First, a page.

Know your audience
Consider the audience’s level of:
- Literacy: You can use symbols, illustrations, animations and other universally understood graphics
- Numerical literacy: Even educated audiences are not always comfortable with data and stats. Do they understand ratios, complex formulas or statistics. Or do they need simplified data?
- Education/Level of technical expertise: Simplify content and define terms for less technical audiences but provide more detail for those with expertise
- Job function: What is the purpose of your data visualisation? Academics will want to know how data fits into existing literature. Funders will want to see results compared to money spent. An executive will want high-level results to guide decisions. A programme manager may only be interested in data relevant to their specific topic/area.
Find the story
Data Visualisation as storytelling
- Think of your data visualisation message as a thesis statement which needs a summary in a few concise sentences
- The ability to create a compelling, visual argument will be greater if you begin with a clear and focused message
- The type of story you tell affects the platform you will use.
- Infographics might be more useful for persuading the audience of your point of view, where dashboards leave the interpretation to the audience.
- Animations may be effective for college students, but not amongst older adults.
Use colour effectively
How to choose colours:
Step 1: Decide what the colours will represent
Decide which aspects of your data you want to represent with colour.
Step 2: Understand your data scale
The ColorBrewer tool defines three types of scale:
- Sequential – when data values go from low to high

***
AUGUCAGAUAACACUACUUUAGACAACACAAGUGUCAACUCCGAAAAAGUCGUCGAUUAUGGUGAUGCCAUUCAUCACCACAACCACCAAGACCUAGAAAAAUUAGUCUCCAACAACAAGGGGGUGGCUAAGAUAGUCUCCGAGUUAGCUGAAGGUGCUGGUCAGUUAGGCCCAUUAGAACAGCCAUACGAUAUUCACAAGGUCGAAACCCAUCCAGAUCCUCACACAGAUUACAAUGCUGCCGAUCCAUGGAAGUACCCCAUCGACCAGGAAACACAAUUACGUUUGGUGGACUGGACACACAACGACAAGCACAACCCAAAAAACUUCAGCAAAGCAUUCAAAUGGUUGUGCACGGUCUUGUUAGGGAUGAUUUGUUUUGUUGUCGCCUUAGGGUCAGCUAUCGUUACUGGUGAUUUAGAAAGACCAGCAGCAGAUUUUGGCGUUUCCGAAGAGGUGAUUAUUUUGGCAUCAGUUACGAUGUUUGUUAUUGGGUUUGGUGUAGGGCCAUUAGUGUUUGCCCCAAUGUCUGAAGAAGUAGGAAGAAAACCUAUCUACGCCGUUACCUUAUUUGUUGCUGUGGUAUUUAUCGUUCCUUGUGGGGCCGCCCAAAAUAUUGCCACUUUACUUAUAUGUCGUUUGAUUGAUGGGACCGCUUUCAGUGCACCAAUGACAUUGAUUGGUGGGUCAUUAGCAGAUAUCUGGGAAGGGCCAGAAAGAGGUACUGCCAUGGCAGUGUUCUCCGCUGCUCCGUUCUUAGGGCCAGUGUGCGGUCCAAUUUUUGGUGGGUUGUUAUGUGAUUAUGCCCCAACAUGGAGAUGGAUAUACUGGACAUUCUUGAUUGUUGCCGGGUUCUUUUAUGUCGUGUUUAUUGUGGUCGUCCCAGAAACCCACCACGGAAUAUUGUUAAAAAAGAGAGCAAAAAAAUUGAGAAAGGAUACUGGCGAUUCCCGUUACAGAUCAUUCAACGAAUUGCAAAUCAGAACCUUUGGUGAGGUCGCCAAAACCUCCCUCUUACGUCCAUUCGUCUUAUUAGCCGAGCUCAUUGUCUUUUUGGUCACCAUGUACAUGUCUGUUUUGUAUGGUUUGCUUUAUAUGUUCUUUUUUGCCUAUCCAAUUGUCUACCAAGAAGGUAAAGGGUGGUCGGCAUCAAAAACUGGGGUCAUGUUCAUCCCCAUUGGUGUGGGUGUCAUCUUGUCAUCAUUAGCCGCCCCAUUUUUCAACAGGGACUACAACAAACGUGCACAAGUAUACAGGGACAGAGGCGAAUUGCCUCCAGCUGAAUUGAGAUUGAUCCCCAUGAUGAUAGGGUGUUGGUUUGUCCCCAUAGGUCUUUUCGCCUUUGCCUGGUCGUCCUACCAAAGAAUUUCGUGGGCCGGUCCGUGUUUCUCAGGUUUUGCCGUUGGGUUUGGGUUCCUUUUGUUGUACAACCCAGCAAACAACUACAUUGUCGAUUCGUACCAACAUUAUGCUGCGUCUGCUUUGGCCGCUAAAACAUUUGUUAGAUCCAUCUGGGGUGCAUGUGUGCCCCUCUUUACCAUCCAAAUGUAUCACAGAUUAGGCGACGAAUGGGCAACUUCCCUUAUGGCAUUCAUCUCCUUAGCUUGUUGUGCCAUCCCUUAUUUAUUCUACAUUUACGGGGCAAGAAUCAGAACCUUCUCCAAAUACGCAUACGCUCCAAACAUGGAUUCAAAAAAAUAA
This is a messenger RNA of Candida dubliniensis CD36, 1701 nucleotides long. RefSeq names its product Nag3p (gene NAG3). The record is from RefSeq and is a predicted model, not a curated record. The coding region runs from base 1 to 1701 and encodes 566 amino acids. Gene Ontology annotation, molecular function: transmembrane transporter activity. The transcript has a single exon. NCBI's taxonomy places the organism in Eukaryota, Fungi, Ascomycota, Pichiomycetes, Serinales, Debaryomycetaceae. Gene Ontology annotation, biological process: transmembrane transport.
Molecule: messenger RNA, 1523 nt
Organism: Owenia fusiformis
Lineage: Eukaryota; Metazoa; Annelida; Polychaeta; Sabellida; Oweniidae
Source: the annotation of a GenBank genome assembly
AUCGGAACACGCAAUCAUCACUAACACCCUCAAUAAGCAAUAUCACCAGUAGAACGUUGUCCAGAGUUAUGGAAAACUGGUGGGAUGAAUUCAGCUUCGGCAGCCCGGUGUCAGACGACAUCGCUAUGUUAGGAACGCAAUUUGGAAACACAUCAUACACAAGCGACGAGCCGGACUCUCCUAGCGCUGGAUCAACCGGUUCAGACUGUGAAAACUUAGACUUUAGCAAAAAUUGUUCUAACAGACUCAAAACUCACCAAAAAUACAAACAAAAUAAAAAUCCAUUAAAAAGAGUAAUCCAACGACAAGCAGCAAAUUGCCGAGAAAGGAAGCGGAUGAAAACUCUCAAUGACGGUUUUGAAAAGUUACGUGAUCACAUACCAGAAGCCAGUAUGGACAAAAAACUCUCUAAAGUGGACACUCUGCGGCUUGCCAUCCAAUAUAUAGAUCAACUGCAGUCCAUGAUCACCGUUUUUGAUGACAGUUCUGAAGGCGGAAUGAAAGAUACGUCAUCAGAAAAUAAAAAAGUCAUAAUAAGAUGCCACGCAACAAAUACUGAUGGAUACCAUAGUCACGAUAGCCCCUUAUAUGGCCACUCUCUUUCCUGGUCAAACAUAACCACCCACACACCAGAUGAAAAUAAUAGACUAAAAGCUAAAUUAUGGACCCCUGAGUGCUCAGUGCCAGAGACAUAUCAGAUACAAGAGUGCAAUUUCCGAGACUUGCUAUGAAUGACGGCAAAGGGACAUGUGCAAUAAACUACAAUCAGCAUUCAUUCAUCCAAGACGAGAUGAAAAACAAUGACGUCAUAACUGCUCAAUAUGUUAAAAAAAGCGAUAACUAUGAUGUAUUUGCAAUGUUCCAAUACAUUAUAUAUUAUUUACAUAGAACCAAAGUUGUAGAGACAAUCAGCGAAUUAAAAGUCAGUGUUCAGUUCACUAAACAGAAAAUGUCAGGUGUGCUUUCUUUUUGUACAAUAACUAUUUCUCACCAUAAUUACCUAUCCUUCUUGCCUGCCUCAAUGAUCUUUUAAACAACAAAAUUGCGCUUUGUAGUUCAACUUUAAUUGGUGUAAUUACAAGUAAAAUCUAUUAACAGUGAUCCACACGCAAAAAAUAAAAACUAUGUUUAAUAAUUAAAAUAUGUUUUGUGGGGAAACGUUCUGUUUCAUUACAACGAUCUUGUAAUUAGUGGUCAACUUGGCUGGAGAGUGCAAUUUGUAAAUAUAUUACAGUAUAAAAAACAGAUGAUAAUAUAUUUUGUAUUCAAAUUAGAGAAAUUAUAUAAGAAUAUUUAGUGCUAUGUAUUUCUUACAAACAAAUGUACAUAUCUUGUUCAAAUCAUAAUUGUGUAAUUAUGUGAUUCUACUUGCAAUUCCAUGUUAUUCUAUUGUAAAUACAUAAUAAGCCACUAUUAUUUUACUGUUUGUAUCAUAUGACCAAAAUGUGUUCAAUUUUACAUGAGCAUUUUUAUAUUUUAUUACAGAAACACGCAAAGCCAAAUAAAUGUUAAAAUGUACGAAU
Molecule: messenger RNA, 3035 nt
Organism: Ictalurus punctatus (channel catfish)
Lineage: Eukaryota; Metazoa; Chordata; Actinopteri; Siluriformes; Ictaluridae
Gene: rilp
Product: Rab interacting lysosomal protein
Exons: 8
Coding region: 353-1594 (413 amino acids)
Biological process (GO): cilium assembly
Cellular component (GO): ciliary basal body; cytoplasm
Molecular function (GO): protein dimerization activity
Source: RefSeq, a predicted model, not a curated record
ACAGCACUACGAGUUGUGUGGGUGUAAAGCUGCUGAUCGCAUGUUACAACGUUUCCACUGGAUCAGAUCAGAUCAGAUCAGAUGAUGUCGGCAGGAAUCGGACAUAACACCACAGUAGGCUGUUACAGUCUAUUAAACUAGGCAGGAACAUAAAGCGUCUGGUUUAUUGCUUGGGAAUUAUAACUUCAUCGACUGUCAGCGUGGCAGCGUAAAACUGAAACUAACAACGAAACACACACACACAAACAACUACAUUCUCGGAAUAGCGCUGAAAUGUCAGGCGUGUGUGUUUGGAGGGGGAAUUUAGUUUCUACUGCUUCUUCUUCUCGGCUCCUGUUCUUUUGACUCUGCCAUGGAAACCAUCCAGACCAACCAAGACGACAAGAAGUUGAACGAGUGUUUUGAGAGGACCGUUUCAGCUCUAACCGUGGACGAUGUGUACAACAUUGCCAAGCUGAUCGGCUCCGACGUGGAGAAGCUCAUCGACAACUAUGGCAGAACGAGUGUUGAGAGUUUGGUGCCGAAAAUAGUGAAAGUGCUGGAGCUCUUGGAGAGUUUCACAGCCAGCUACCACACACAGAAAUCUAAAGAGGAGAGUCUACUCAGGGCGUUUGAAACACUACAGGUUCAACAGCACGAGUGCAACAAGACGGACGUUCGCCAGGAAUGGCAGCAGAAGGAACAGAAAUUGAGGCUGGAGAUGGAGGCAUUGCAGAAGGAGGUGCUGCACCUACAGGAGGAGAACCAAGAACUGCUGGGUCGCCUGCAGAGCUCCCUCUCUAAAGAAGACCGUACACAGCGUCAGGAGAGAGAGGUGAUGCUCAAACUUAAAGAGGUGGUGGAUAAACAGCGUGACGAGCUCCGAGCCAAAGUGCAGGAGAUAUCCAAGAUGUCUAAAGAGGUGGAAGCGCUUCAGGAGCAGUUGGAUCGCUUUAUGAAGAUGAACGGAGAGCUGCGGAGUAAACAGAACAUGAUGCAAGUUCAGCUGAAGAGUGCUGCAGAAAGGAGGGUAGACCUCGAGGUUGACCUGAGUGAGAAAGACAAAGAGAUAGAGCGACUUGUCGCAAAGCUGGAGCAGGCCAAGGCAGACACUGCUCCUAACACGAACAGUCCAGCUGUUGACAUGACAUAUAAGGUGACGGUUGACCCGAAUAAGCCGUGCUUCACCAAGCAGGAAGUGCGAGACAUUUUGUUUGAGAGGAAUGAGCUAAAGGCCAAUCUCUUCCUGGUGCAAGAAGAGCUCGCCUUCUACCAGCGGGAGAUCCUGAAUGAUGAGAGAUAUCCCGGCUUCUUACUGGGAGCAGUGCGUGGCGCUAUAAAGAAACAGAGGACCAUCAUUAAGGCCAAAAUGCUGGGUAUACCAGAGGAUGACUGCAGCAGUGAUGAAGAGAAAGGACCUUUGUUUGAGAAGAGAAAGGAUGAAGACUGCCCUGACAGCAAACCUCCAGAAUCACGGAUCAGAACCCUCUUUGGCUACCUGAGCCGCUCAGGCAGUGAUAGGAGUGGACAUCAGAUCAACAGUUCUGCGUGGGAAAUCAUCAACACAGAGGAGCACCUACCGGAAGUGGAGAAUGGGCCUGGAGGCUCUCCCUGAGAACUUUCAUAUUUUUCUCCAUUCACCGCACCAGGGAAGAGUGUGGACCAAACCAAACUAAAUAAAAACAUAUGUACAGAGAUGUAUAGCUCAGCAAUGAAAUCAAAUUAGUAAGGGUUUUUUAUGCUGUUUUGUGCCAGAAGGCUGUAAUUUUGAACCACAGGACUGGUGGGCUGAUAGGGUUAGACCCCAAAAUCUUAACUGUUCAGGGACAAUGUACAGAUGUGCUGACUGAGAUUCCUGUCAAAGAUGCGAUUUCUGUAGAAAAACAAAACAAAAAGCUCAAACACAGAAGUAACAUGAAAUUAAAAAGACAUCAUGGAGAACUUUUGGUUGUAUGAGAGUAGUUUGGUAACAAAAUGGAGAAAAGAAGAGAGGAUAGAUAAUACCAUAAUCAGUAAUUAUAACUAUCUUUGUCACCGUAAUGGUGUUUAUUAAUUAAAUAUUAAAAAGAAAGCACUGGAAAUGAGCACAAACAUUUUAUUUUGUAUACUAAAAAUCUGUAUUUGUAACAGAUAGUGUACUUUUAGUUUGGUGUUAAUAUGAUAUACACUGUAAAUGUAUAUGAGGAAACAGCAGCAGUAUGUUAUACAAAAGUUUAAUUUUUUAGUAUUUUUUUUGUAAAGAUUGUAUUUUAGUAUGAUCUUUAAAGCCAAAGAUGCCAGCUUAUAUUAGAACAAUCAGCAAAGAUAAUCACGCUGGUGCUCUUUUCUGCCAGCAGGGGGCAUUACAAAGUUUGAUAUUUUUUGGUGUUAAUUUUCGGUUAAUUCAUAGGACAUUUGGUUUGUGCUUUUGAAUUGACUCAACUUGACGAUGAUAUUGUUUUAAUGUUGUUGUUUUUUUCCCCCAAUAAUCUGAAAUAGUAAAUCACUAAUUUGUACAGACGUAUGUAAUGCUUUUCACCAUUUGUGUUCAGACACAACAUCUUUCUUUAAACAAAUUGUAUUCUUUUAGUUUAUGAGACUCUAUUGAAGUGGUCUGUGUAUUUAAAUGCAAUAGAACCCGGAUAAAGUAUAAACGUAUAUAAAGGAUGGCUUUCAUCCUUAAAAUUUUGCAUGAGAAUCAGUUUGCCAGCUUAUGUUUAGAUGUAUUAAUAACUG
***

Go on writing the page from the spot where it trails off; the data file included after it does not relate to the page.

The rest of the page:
- Divergent – when data has data points at both ends of the scale, with an important pivot in the middle.
- Qualitative – when the data does not have an order of magnitude.
Step 3: Decide how many hues you need
Based on the scale you chose in step 2, you can decide how many hues you need in the palette:
- Sequential data usually requires one hue, using luminance or saturation to define scale.
- Divergent data requires two hues, decreasing in saturation or luminance towards a neutral (usually white, black or gray).
- Qualitative data requires as many hues as values, but remember the limitations of the human brain. Try to not use more than seven or eight colours, otherwise the brain cannot recall what each one represents.
Step 4: Look for obvious options
Before getting too creative, take a look at your data to see if there’s an obvious set of colours.
Your application or corporate style guide might be a good starting point.
Step 5: Create your palette
Use one of the many web resources. ColorBrewer is one of the best for picking schemes for sequential, diverging and qualitative data. Or if you have a starting point in mind, Adobe Color creates palettes from a single colour.
There are several groups of colours that work well together. You can identify them by their relative positions on the colour wheel:
- Monochromatic – shades of a single hue (sequential data).
- Analogous colours – colours that sit beside each other on the colour wheel (varied alternative for sequential data).
- Complementary colours – from opposite sides of the colour wheel (diverging data).
- Triadic colours – 3 colours equally spaced around the wheel (good starting point for a qualitative palette).